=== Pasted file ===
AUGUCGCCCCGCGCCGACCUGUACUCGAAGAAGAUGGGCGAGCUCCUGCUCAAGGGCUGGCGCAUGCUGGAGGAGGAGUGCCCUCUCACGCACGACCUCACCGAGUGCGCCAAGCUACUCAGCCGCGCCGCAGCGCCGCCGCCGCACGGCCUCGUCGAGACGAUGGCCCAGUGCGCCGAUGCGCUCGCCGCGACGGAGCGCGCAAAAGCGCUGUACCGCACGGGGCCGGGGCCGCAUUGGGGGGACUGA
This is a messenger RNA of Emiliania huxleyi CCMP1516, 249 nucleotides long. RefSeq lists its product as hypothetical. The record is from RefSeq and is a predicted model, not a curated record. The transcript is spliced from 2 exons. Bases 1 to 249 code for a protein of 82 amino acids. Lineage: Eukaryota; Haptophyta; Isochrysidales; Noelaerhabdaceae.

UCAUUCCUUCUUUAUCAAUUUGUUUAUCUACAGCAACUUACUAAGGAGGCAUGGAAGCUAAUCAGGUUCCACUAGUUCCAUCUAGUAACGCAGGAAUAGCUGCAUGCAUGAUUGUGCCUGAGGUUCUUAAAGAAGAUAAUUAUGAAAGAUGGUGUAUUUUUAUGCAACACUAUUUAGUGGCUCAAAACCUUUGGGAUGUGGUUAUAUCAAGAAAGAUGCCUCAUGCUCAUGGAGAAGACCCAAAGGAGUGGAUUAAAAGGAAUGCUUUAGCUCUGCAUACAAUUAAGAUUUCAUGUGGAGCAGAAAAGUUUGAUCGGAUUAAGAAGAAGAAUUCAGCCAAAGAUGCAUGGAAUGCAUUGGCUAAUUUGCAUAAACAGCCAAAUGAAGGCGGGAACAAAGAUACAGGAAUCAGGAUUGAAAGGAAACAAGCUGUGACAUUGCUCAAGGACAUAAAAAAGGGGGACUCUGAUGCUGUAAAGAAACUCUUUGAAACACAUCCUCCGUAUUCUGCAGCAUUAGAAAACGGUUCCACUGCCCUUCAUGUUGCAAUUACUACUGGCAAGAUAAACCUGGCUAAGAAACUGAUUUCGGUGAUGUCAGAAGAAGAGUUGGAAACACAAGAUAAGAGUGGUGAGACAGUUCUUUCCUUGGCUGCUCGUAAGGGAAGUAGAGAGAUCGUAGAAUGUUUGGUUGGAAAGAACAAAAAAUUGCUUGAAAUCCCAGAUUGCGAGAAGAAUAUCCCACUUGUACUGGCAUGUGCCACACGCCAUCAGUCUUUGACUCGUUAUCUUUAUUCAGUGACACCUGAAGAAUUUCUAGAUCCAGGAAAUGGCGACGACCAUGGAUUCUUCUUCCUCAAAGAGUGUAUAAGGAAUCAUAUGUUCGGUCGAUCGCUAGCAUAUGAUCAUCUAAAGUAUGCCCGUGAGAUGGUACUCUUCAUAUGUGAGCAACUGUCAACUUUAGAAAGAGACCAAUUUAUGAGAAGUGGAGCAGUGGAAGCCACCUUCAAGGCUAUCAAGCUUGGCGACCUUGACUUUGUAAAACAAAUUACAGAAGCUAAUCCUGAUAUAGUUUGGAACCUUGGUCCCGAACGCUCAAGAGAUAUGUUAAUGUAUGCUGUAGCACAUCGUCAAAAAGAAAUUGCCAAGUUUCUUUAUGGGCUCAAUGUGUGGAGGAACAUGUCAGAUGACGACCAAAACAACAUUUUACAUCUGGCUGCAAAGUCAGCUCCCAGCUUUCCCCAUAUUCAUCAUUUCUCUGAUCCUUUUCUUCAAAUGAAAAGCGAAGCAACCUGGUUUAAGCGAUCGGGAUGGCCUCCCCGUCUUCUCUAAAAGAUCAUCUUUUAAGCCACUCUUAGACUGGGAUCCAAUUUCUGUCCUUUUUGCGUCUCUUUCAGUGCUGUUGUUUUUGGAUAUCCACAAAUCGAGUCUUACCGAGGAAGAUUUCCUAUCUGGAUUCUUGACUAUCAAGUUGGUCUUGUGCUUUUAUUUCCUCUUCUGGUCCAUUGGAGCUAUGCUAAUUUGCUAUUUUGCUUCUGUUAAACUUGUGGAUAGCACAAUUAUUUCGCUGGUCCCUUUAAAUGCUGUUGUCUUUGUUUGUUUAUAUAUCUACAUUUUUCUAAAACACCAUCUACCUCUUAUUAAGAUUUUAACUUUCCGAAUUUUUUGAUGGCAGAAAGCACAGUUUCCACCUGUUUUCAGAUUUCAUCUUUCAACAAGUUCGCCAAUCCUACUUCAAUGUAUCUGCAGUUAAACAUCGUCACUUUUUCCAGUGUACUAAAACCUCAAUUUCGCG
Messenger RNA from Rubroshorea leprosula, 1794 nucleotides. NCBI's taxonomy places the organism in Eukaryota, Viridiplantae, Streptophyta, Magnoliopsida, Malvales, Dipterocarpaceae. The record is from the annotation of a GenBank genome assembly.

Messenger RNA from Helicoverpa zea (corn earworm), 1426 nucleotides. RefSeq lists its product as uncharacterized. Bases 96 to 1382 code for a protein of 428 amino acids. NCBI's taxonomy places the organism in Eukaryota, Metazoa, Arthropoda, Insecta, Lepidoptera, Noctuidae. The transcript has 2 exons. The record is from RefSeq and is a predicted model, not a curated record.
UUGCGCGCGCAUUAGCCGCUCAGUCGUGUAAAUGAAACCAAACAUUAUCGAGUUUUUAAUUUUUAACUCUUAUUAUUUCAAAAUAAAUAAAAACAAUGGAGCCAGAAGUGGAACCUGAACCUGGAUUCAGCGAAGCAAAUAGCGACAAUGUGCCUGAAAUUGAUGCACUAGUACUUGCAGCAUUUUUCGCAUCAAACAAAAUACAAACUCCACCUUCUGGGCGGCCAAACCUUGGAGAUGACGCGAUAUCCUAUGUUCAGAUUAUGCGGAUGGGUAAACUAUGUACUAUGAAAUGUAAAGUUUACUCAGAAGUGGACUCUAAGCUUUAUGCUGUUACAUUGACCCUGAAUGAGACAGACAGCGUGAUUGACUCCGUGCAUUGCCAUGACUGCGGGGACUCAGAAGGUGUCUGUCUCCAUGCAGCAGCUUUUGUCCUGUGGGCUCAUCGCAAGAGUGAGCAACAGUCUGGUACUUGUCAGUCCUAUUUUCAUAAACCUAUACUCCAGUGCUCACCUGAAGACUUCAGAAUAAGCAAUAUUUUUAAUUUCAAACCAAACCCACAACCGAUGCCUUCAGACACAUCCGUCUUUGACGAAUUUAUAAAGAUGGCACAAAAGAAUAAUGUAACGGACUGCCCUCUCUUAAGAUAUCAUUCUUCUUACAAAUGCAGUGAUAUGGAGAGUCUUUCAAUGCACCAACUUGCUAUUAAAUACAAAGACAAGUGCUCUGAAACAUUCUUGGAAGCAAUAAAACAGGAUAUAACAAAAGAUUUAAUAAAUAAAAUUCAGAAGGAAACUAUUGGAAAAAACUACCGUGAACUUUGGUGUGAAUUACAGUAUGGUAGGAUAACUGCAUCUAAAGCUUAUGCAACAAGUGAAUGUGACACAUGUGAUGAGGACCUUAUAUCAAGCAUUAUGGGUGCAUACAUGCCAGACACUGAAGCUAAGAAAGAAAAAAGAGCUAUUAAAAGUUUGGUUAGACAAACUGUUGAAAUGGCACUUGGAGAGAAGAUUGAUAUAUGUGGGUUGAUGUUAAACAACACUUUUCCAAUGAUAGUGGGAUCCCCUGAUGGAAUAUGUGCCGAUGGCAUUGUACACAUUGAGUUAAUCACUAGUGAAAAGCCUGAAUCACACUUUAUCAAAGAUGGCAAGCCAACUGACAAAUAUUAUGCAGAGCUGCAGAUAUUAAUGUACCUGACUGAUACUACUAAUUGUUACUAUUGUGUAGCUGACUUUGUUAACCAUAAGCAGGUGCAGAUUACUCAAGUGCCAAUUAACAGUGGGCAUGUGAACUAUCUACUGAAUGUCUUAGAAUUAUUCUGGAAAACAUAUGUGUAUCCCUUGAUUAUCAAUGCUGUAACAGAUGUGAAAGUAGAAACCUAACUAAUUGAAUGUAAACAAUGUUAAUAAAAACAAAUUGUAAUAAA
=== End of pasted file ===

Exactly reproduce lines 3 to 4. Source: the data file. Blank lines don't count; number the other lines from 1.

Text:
UCAUUCCUUCUUUAUCAAUUUGUUUAUCUACAGCAACUUACUAAGGAGGCAUGGAAGCUAAUCAGGUUCCACUAGUUCCAUCUAGUAACGCAGGAAUAGCUGCAUGCAUGAUUGUGCCUGAGGUUCUUAAAGAAGAUAAUUAUGAAAGAUGGUGUAUUUUUAUGCAACACUAUUUAGUGGCUCAAAACCUUUGGGAUGUGGUUAUAUCAAGAAAGAUGCCUCAUGCUCAUGGAGAAGACCCAAAGGAGUGGAUUAAAAGGAAUGCUUUAGCUCUGCAUACAAUUAAGAUUUCAUGUGGAGCAGAAAAGUUUGAUCGGAUUAAGAAGAAGAAUUCAGCCAAAGAUGCAUGGAAUGCAUUGGCUAAUUUGCAUAAACAGCCAAAUGAAGGCGGGAACAAAGAUACAGGAAUCAGGAUUGAAAGGAAACAAGCUGUGACAUUGCUCAAGGACAUAAAAAAGGGGGACUCUGAUGCUGUAAAGAAACUCUUUGAAACACAUCCUCCGUAUUCUGCAGCAUUAGAAAACGGUUCCACUGCCCUUCAUGUUGCAAUUACUACUGGCAAGAUAAACCUGGCUAAGAAACUGAUUUCGGUGAUGUCAGAAGAAGAGUUGGAAACACAAGAUAAGAGUGGUGAGACAGUUCUUUCCUUGGCUGCUCGUAAGGGAAGUAGAGAGAUCGUAGAAUGUUUGGUUGGAAAGAACAAAAAAUUGCUUGAAAUCCCAGAUUGCGAGAAGAAUAUCCCACUUGUACUGGCAUGUGCCACACGCCAUCAGUCUUUGACUCGUUAUCUUUAUUCAGUGACACCUGAAGAAUUUCUAGAUCCAGGAAAUGGCGACGACCAUGGAUUCUUCUUCCUCAAAGAGUGUAUAAGGAAUCAUAUGUUCGGUCGAUCGCUAGCAUAUGAUCAUCUAAAGUAUGCCCGUGAGAUGGUACUCUUCAUAUGUGAGCAACUGUCAACUUUAGAAAGAGACCAAUUUAUGAGAAGUGGAGCAGUGGAAGCCACCUUCAAGGCUAUCAAGCUUGGCGACCUUGACUUUGUAAAACAAAUUACAGAAGCUAAUCCUGAUAUAGUUUGGAACCUUGGUCCCGAACGCUCAAGAGAUAUGUUAAUGUAUGCUGUAGCACAUCGUCAAAAAGAAAUUGCCAAGUUUCUUUAUGGGCUCAAUGUGUGGAGGAACAUGUCAGAUGACGACCAAAACAACAUUUUACAUCUGGCUGCAAAGUCAGCUCCCAGCUUUCCCCAUAUUCAUCAUUUCUCUGAUCCUUUUCUUCAAAUGAAAAGCGAAGCAACCUGGUUUAAGCGAUCGGGAUGGCCUCCCCGUCUUCUCUAAAAGAUCAUCUUUUAAGCCACUCUUAGACUGGGAUCCAAUUUCUGUCCUUUUUGCGUCUCUUUCAGUGCUGUUGUUUUUGGAUAUCCACAAAUCGAGUCUUACCGAGGAAGAUUUCCUAUCUGGAUUCUUGACUAUCAAGUUGGUCUUGUGCUUUUAUUUCCUCUUCUGGUCCAUUGGAGCUAUGCUAAUUUGCUAUUUUGCUUCUGUUAAACUUGUGGAUAGCACAAUUAUUUCGCUGGUCCCUUUAAAUGCUGUUGUCUUUGUUUGUUUAUAUAUCUACAUUUUUCUAAAACACCAUCUACCUCUUAUUAAGAUUUUAACUUUCCGAAUUUUUUGAUGGCAGAAAGCACAGUUUCCACCUGUUUUCAGAUUUCAUCUUUCAACAAGUUCGCCAAUCCUACUUCAAUGUAUCUGCAGUUAAACAUCGUCACUUUUUCCAGUGUACUAAAACCUCAAUUUCGCG
Messenger RNA from Rubroshorea leprosula, 1794 nucleotides. NCBI's taxonomy places the organism in Eukaryota, Viridiplantae, Streptophyta, Magnoliopsida, Malvales, Dipterocarpaceae. The record is from the annotation of a GenBank genome assembly.